The most recent NASA data on asteroids paints a grim picture. There are more than 25,000 asteroids circling the solar system like a huge pack of hungry wolves, and over 9,000 of them are listed as near-Earth objects. But that’s only the ones we know about, as there are potentially 15,000 more of them out there, still left to discover, moving unseen on some potentially dangerous paths.
If one of those asteroids were to head our way, probably all hell would break loose. A tabletop exercise (check PDF attached below for more) conducted by NASA back in May showed that at the moment there’s nothing humanity can do to stop an asteroid from slamming into Europe, for instance, not even with six months of advance warning.
During the exercise, several defense scenarios were tried out. The first one was deflection, meaning hitting the incoming asteroid with something hard and fast enough to alter its course. That was ruled out because, well, six months warning and our current technological level were not enough to change the simulated rock’s course significantly.
Then, NASA imagined how it would be throwing nuclear warheads at the thing, but got stuck in calculating the force needed to obliterate the asteroid. Because it was impossible to determine the asteroid’s composition, it was impossible to determine how big of a nuke should be sent. The largest one available was considered, but even that was deemed useless for asteroids larger than ~100 m to ~210 m, and with densities ranging from 5 g/cm3 down to 1 g/cm3.
What’s more worrying is that with our current technological level, six months would not be enough to get a mission up and running to study the rock closer either, making all other efforts largely useless.
Now, NASA knows an asteroid impact is a matter of when, not if. And it is planning on doing something about it, at least to give us the impression we still have a fighting chance.
Since 2018, a number of agency branches have been working on something called DART. That is short for Double Asteroid Redirection Test, and it is in essence a suicidal spacecraft sent into the void to prove whether all that fancy talk about deflection in movies, literature, and tabletop exercises, is worth anything.
DART is scheduled to take off on top of a SpaceX Falcon 9 rocket from Vandenberg Space Force Base this November. It will head out into space, homing in on a binary asteroid called Didymos, and plans of slamming into the thing in the fall of 2022 at speeds of 15,000 mph (24,140 kph), to see if it can alter its course.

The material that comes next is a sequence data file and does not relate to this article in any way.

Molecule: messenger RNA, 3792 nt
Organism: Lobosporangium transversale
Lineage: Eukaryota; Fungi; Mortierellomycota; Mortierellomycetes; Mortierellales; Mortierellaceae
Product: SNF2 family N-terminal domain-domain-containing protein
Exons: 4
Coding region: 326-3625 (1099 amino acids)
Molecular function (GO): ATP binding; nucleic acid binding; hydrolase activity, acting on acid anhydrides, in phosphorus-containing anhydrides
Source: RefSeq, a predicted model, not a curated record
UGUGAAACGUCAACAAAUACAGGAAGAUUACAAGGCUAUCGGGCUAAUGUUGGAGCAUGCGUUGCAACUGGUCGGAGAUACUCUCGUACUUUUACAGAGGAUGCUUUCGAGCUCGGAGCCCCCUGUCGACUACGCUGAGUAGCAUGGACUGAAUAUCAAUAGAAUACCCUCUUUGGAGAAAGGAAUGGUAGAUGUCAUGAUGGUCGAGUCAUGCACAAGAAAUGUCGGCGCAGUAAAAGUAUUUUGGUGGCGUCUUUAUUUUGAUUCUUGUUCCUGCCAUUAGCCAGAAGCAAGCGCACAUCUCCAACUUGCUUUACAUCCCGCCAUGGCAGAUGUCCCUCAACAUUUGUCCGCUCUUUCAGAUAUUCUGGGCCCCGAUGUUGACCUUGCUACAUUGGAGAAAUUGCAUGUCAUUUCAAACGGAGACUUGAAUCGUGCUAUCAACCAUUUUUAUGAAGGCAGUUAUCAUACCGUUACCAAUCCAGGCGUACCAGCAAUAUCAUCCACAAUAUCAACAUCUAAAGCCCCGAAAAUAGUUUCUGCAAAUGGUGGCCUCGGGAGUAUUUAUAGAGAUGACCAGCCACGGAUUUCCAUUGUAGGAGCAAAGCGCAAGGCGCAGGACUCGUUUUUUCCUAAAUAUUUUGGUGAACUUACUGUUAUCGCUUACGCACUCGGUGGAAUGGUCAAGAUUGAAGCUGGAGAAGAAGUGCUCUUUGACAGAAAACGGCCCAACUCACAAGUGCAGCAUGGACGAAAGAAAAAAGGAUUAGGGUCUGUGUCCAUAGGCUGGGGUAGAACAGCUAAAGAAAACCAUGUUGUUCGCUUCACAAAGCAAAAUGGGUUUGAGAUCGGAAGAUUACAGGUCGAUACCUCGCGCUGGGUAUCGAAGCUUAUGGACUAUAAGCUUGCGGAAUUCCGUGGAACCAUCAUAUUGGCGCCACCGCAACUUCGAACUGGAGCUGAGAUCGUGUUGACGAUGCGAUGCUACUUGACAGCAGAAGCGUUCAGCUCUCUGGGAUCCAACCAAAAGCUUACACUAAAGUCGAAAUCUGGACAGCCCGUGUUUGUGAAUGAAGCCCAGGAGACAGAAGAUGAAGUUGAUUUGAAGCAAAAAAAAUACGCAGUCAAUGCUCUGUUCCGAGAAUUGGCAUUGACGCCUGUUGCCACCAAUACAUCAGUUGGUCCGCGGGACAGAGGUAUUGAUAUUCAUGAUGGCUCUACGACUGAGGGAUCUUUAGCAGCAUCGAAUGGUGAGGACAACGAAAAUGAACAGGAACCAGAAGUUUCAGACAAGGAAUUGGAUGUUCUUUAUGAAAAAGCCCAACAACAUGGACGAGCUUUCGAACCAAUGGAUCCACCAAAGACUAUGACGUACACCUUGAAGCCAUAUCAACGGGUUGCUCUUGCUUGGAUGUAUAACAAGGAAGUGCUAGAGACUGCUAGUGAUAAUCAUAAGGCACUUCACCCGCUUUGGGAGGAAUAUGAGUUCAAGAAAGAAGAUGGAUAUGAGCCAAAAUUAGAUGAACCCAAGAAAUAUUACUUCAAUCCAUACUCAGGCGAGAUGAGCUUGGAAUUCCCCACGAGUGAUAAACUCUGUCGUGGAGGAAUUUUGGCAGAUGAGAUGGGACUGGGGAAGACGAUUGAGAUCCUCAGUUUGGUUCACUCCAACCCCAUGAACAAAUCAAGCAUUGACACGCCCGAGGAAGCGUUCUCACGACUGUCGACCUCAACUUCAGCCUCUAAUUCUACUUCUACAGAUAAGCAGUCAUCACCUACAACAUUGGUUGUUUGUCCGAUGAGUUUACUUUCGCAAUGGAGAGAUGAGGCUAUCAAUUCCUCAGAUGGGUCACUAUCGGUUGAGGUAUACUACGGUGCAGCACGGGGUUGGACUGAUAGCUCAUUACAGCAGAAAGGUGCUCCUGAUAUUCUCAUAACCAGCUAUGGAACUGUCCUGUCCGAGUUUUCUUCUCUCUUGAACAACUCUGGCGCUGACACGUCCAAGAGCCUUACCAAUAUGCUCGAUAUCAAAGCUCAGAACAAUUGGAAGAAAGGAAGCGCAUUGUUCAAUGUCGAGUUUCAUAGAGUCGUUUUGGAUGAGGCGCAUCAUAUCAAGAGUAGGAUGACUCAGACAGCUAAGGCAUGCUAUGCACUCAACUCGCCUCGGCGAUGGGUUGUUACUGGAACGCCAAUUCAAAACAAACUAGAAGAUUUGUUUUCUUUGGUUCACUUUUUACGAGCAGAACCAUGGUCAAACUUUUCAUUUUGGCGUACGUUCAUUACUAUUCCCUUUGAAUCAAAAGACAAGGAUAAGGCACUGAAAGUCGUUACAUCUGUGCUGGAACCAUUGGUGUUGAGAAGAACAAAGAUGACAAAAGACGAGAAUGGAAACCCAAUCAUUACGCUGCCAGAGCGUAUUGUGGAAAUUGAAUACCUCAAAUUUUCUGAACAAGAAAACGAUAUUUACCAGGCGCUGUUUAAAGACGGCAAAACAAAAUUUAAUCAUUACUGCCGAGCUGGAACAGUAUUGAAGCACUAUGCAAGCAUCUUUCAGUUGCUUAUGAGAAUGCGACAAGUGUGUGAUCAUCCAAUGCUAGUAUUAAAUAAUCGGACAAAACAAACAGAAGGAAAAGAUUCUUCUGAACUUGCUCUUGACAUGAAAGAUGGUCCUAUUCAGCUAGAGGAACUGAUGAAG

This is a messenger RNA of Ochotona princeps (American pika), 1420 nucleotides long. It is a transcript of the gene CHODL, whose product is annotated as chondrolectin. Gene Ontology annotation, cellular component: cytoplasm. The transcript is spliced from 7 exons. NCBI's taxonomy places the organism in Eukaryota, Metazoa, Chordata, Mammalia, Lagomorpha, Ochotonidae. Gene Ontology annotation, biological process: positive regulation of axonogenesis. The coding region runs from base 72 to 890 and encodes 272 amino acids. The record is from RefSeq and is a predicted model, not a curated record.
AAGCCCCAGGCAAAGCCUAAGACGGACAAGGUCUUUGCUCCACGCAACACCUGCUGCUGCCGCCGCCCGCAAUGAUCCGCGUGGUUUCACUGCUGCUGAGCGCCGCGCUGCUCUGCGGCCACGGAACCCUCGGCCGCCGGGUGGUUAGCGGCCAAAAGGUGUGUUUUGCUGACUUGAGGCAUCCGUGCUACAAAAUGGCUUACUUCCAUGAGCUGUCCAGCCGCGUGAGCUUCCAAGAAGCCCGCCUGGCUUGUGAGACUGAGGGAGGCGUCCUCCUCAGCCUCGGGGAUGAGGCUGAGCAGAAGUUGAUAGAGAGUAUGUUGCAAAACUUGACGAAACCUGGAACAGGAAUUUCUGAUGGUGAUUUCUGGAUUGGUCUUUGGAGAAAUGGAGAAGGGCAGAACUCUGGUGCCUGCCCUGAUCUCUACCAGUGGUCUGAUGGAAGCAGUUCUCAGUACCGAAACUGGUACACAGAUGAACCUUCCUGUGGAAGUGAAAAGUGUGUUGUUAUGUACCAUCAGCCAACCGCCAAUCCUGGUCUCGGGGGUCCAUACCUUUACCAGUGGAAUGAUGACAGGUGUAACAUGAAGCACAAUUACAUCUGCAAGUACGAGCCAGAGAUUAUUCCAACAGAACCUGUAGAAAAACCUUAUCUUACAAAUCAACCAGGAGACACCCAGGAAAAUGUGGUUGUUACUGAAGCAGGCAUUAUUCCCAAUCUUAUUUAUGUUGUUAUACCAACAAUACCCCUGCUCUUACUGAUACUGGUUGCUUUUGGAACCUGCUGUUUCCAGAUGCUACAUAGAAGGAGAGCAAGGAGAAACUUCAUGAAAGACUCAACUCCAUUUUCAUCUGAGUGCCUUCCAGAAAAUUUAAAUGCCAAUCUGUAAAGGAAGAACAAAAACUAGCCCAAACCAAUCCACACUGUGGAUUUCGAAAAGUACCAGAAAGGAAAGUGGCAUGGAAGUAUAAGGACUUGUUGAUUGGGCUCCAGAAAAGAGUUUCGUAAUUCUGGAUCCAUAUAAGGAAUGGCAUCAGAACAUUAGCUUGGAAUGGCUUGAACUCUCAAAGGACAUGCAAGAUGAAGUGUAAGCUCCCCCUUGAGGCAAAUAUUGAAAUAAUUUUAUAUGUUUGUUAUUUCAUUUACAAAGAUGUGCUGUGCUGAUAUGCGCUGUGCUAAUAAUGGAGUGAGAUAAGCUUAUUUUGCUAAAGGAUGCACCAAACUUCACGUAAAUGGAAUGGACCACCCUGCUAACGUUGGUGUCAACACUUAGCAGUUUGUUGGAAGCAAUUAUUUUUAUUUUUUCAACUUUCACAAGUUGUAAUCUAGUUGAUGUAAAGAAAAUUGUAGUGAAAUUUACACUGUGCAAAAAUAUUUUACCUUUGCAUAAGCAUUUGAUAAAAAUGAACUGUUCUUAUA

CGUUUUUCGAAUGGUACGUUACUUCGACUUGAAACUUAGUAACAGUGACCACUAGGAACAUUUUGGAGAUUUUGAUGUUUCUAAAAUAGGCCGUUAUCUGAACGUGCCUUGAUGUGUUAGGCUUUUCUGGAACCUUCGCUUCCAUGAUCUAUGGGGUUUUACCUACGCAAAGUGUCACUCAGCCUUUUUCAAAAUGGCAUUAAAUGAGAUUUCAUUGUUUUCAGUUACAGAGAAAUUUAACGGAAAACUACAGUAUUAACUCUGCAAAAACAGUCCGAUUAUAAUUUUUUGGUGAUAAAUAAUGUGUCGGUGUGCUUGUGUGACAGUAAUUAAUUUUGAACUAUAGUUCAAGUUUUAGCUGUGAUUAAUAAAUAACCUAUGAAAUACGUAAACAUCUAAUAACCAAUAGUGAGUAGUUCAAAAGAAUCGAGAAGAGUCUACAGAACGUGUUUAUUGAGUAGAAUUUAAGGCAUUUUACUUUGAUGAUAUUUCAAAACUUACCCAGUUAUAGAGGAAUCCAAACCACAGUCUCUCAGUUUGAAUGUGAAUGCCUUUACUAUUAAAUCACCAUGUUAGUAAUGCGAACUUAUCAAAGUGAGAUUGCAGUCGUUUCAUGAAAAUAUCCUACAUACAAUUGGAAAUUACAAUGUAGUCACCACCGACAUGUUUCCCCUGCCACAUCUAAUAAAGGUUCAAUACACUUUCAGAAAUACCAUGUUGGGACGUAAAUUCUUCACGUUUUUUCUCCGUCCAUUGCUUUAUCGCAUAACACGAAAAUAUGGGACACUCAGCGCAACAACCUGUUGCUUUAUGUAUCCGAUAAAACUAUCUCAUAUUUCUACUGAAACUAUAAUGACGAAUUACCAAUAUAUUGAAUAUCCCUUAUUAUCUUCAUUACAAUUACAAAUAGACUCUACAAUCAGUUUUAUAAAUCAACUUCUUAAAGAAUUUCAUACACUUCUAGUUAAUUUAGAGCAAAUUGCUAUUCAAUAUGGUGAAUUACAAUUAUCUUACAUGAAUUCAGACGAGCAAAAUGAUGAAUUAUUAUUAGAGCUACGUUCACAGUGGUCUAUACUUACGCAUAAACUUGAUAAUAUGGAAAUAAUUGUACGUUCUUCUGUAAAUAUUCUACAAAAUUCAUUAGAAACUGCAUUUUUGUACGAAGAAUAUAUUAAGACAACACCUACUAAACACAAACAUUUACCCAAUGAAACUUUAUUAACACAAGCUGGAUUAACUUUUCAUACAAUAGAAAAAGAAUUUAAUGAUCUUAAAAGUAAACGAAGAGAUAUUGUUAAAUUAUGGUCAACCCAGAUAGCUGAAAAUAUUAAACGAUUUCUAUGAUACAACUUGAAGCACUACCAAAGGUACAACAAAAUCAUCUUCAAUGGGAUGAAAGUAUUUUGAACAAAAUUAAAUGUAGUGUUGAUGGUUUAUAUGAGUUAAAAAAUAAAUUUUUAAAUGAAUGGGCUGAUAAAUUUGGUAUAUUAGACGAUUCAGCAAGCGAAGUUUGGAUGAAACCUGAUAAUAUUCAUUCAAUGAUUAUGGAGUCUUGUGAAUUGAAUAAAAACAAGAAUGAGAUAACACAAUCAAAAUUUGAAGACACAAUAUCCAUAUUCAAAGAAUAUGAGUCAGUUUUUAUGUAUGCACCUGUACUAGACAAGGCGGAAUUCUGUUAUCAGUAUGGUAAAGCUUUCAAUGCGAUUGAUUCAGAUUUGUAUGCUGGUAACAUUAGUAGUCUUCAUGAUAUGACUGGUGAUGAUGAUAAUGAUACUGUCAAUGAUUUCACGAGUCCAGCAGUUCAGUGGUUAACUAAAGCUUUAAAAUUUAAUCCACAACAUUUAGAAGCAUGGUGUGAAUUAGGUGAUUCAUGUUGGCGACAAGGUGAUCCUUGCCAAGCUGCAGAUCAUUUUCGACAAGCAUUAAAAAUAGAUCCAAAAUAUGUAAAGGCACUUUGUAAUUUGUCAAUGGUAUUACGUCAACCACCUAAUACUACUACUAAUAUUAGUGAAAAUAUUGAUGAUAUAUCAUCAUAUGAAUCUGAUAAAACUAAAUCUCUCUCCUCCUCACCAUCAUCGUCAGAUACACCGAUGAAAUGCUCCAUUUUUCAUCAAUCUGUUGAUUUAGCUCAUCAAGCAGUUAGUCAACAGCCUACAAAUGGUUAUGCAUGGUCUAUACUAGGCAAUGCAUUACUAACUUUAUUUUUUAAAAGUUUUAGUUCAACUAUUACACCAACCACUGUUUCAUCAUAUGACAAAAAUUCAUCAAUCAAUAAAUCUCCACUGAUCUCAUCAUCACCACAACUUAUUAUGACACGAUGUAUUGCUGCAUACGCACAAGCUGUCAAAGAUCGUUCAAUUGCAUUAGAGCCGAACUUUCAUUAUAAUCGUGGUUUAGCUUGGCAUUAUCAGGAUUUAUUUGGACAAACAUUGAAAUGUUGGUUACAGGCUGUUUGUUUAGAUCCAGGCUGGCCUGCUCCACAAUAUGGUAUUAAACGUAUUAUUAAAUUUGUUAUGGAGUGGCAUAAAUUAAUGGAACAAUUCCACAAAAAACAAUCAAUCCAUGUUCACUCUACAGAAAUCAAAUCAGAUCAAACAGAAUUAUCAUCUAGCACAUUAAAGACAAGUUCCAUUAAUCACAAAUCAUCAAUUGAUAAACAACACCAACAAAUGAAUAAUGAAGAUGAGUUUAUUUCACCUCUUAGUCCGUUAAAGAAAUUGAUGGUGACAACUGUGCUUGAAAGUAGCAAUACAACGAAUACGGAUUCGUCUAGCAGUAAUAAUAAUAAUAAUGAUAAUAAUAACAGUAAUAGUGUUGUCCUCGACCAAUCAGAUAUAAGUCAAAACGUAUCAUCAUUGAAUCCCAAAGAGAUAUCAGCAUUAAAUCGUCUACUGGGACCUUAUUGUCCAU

DART is a tiny little thing, measuring 12.5 meters × 2.4 meters (41.0 feet × 7.9 feet). It comprises an engine called NEXT to move along, Roll-Out Solar Arrays (ROSA) to give it power, two batteries to store that power, a star tracker to get its bearings, and the Didymos Reconnaissance and Asteroid Camera for Optical (DRACO) to record the moment of impact.
That’s it. No fancy lasers, no nuclear warheads, no humans on board. Just a tiny piece of metal and other materials, thrown from a planet Didymos probably doesn’t even know exist, and meant to prove a point.
Didymos’ main body measures 780 meters (2,560 feet) across, while the smaller, orbiting one just 160 meters (525 feet) across, and DART should not make such a big impact on the space-floating pair of rocks.
It is the smaller asteroid DART is targeting, and the goal it set for itself may seem rather small: change the asteroid’s speed and orbit around the main body by a fraction of one percent. That however translates into a change in the orbital period by several minutes – enough to be seen from Earth using telescopes and prove that yes, humans could eventually deflect asteroids. Provided, of course, we mature the technology fast enough and some other asteroid does not strike us in the meantime.
Despite being the first mission dedicated to seeing if deflection can be a thing, DART will not be the first time humans have abused an asteroid. Back in 2019, the Japanese Space Agency (JAXA) fired a projectile called Small Carry-on Impactor (SCI) from the Hayabusa2 spacecraft, right into the surface of asteroid Ryugu.
The slug hit the surface at speeds of 2 km per second (4,473 mph), causing a crater 2 meters in diameter (6.5 feet). What’s more, boulders on the surface were disturbed within a 30 meters (98 feet) radius from the impact crater center, according to the Kobe University.
That means there is no reason why DART shouldn’t work. It only remains to be seen how fast can it lead to something really usefull to defend ourselves.